If you meet any Trinidadian or Tobagonian – Trini – you quickly acknowledge they like to ole talk all the time.
At the centre of any Trini lime, you will find food and blag. Post-colonization Trinidadians carry forward the oral storytelling traditions of their West African ancestors to the ensuing generation at every lime.
The charm and sing-song tone of the Trinidadian articulation is easily distinguished from the other Caribbean countries. It wasn’t until I migrated to the United States that I found a genuine admiration for the history, complexity and uniqueness of the spoken word in Trinidad.
Here is an inadequate sampling of sayings from Trini:
- Back a jackass in ah horse race (phrase): Back or bet on a loser one that should have been obvious had no chance to succeed.
- Bokee: A penalty in children’s games, usualy marbles, in which the winner snaps a finger or pitchess a marbles hard against the loser’s fingers or knuckles.
- Break Dew: Remain outside for a long time at night; stay outside all night until the morning DEW comes.
- You break so much dew you catch cold (Ottley 1971:10)
- Bring Belly: Become pregnant while living in the parental home. You playing big woman, knocking all about at night, don’t bring any belly here.
- Broko foot: Having one leg shorter than the other, limping.
- Brulejol: A dish made from salt cod, oil, onions, tomatoes, peppers usually eaten for breakfast. French origin brÛle ‘burn’ + geule ‘throat’.
- Cax for bokee: In marble PITCH, a game in which players place their marbles at random, each player then tries to hit another’s marble, and the player whose marble is hit gets a BOKEE penalty.
- Cax: The sound of a solid hit in marbles
- I hit him caxs!
- Cockroach before fowl (phrase): Temptation; something impossible to resist.
- Doh put that cake out – you put cockroach before fowl.
- Cocktax: Court-ordered child support payments.
- Dhansirya: A woman who wastes money. I sorry fuh he, that wife ah he one is ah dhansirya.
- Get On: Carry on loudly; talk in an angry or excited way.
- Any time you get ah real American in an aggravating situation, the first thing he do is let his voice be heard in objection; in other words, he does get on. (Lovelace, 1987:20)
- Gouti Look Back: A position for sexual intercourse in which the man is behind the woman who is usually on her hands and knees.
- Gownay: Elope; run away to get married. They gone to gownay.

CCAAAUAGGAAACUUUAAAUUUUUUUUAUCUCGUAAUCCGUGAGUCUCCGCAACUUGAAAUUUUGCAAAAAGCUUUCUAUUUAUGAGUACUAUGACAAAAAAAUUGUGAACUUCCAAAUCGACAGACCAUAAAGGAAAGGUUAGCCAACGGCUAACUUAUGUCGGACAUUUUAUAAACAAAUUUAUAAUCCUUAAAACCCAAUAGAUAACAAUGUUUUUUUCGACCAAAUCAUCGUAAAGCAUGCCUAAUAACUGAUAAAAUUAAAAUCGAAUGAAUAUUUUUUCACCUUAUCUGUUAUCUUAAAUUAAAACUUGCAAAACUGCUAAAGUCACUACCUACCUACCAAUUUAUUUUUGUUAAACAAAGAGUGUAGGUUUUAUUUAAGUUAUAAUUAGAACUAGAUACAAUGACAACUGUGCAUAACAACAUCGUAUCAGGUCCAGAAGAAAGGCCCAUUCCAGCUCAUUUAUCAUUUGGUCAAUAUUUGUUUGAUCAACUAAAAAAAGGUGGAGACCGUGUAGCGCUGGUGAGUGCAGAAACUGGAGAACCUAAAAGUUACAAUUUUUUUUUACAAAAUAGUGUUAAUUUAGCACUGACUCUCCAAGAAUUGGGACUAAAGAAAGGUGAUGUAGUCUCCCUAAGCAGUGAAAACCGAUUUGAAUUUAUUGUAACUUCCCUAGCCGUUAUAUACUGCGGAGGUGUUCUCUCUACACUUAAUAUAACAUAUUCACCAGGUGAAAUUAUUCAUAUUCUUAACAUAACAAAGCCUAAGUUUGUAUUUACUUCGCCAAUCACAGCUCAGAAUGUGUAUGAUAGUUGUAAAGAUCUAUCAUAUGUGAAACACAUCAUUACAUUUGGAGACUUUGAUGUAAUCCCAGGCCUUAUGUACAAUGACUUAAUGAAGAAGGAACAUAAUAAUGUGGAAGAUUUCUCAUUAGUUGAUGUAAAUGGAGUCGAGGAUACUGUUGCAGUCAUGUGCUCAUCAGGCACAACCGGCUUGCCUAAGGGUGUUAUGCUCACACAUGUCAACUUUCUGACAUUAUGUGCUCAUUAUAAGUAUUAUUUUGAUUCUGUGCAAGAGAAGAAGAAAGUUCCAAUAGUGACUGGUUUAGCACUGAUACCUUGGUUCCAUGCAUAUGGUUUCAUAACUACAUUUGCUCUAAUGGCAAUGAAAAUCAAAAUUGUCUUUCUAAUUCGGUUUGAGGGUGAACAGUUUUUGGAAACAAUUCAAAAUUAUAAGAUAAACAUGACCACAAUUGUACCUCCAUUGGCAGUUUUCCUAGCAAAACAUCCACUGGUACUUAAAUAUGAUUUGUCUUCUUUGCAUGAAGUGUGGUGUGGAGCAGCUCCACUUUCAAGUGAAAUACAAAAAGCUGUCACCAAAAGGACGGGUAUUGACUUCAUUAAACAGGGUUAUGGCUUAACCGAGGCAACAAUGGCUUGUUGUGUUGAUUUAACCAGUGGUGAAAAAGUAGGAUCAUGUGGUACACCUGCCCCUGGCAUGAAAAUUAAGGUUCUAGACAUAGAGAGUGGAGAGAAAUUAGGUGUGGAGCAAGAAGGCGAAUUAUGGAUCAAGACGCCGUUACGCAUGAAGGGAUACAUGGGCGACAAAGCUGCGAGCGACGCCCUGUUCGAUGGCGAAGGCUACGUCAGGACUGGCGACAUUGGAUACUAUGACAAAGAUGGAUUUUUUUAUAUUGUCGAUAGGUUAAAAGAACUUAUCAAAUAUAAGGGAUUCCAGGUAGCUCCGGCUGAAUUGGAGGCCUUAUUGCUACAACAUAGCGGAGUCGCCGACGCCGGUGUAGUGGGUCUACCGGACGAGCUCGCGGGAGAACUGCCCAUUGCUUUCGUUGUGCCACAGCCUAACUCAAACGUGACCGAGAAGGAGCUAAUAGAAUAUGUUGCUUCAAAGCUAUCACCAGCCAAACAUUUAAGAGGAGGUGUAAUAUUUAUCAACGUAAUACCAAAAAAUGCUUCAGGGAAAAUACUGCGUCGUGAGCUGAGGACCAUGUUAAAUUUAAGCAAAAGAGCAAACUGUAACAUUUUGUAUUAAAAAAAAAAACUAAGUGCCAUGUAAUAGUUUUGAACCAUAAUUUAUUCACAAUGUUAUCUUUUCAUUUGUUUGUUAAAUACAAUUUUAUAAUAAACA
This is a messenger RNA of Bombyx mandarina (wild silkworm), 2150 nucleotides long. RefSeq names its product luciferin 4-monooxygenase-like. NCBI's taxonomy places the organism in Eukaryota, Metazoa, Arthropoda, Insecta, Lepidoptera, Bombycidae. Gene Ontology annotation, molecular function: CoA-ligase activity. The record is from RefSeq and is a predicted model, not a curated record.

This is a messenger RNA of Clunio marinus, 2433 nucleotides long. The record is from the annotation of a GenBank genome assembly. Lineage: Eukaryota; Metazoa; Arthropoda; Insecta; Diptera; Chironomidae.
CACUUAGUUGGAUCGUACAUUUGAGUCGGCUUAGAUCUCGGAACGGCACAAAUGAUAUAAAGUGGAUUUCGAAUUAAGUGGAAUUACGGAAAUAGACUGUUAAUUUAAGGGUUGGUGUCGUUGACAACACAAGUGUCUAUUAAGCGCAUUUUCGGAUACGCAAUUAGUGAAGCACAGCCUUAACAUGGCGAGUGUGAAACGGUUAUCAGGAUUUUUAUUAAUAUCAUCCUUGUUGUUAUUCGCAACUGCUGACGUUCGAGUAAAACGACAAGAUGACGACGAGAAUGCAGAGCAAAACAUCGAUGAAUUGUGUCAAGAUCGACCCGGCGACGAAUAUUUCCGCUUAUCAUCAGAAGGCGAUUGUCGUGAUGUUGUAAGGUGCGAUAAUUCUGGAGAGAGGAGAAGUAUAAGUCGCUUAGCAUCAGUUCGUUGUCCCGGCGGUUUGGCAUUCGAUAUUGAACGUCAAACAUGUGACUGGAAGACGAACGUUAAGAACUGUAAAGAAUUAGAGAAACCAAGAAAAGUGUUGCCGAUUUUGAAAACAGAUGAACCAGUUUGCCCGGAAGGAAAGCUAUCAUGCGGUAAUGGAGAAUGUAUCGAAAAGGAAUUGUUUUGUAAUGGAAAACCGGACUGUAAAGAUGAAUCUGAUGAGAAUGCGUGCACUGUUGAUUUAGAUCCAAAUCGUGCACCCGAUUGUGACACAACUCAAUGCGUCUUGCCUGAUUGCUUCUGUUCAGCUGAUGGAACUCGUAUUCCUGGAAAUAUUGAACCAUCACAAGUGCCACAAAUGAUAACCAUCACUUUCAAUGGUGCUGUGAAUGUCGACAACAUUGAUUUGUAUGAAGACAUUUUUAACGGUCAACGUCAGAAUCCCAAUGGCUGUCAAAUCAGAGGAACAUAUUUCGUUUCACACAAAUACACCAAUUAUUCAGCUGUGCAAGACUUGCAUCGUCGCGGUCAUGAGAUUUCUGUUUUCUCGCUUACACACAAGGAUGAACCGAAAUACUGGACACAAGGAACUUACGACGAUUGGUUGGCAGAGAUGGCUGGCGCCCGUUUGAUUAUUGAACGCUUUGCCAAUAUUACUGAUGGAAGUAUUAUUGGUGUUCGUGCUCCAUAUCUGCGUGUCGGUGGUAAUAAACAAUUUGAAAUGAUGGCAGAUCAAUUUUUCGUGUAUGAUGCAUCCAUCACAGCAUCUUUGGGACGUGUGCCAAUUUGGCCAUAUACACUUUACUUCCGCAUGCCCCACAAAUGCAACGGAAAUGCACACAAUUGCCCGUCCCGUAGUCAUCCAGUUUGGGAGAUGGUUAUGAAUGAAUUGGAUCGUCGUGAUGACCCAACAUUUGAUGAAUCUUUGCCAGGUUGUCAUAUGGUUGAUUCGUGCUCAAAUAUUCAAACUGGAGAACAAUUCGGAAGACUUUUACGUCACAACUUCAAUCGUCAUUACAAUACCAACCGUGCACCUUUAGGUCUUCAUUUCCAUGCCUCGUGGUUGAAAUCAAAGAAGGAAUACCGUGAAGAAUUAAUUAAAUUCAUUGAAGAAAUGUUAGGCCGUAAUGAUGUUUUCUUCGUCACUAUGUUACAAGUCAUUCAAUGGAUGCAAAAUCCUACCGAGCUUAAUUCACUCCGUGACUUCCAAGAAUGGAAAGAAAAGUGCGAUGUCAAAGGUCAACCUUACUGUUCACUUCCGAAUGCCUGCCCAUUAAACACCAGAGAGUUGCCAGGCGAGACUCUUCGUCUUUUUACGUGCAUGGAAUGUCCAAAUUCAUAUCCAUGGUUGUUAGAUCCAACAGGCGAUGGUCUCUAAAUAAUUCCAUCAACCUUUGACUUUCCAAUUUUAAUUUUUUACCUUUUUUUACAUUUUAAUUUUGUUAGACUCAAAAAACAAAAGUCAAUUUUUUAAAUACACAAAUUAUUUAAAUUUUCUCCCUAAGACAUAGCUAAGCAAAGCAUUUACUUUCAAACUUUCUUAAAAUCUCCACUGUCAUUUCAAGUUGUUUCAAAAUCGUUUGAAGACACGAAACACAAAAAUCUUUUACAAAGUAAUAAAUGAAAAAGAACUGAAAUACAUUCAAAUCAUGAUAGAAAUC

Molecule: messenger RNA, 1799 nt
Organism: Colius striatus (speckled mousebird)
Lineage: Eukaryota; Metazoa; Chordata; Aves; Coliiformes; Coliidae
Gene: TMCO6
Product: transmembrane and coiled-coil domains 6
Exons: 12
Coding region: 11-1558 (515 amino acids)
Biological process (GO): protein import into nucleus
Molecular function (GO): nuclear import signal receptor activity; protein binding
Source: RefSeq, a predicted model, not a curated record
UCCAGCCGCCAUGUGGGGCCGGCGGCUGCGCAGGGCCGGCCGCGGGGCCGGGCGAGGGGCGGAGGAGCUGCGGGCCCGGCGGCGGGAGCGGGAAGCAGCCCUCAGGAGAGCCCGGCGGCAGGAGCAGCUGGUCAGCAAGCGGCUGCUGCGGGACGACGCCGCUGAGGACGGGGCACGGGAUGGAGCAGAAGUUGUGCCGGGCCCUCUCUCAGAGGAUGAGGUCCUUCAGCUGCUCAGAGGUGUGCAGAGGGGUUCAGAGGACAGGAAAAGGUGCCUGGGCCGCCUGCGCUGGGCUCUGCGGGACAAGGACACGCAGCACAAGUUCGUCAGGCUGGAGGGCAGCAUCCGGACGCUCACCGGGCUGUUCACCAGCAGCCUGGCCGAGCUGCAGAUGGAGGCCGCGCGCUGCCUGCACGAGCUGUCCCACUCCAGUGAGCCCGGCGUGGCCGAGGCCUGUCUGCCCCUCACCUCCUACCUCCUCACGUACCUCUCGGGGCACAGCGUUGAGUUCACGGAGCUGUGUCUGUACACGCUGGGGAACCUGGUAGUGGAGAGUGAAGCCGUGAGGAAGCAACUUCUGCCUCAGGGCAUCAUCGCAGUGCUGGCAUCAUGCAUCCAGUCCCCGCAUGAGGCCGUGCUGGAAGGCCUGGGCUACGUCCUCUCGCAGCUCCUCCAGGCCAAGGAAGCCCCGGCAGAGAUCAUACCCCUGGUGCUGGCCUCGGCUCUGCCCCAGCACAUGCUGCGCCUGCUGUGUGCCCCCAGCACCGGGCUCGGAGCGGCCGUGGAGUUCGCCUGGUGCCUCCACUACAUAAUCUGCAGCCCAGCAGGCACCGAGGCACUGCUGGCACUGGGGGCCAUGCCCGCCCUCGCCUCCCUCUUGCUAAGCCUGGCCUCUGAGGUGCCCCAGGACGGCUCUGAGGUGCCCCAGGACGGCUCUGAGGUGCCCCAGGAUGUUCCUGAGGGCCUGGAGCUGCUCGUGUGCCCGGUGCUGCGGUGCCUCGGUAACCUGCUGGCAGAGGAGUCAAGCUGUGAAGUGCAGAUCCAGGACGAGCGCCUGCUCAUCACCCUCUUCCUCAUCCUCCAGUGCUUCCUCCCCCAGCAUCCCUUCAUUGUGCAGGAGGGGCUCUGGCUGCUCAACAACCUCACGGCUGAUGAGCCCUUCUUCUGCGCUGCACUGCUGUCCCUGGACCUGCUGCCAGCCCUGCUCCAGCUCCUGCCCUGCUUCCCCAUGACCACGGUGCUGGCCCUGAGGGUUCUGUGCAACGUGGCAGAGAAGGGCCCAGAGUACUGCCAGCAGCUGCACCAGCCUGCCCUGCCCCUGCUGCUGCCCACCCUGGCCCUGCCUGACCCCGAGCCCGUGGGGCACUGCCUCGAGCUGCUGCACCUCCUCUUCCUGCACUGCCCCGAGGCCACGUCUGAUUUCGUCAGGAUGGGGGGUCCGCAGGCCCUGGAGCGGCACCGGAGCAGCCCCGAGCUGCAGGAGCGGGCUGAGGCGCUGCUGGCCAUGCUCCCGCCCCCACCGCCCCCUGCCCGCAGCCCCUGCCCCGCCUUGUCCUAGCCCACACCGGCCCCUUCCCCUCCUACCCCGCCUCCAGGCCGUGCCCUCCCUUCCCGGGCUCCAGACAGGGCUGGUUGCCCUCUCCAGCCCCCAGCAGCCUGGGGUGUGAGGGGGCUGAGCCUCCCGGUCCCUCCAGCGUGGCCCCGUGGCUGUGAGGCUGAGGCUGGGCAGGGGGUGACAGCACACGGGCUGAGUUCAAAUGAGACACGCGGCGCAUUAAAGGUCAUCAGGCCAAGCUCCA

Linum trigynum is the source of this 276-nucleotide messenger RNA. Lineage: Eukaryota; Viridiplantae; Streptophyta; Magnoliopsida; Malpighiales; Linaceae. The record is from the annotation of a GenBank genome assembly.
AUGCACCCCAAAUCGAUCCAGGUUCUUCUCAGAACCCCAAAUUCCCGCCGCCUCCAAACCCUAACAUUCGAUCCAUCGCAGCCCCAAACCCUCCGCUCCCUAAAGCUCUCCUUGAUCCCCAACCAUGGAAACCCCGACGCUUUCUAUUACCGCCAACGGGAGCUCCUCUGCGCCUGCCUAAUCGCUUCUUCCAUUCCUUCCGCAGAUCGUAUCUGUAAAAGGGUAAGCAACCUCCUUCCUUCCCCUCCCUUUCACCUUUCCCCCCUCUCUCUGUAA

- Have cocoa in de sun (phrase): Trinidadian phrase used as a warning that something is vulnerable, and needs to be protected; often used for situations in which people have something to hide.
- When yuh have cocoa in de sun, look out for rain!
- Kakanade: Gossip; idle talk, shit talk.
- Kick Pan: A children’s game in which a metal container is placed in the centre of the playing area; a catcher searches, while players to sneak in and kick if over before being caught.
- The children playing kick the can down the road
- Lime: Participate in an informal gathering of two or more people, characterised by semi-ritualised talking and socialising, drinking and eating. In the day when you miss me, Ah liming by some old lady.
- Massa Day Done: An expression used to reproach someone to remind them that colonial days are finished and old privileges and oppression are no longer acceptable. (Public lecture by Eric Williams, 22 March 1961)
- Matta Fix: Settled; arranged; ready to go.
- A good brulejol must never boil, Once it’s well mixed, is matta fixed.
- Pull hand: In SUSU, to collect the entire amount of all members contributions in your turn
- Ram Goat Can’t Pee: Phrase indicating that you do not believe someone’s story. He cleaned up the whole house? That ram goat can’t pee!
- SUSU: A cooperative savings systems in which each person contributes the same fixed amount each week, and the whole amount, the HAND is taken by a different member each time.
- Turtle Botheration: A preparation of a turtle penis in rum, of which small sips are taken as a male aphrodisiac.
Next time in Trinidad learns a couple of phrases of the language.
Source: Dictionary of the English/Creole of Trinidad & Tobago by Lise Winer
Featured Image: The Red, White and Black by JP-Talma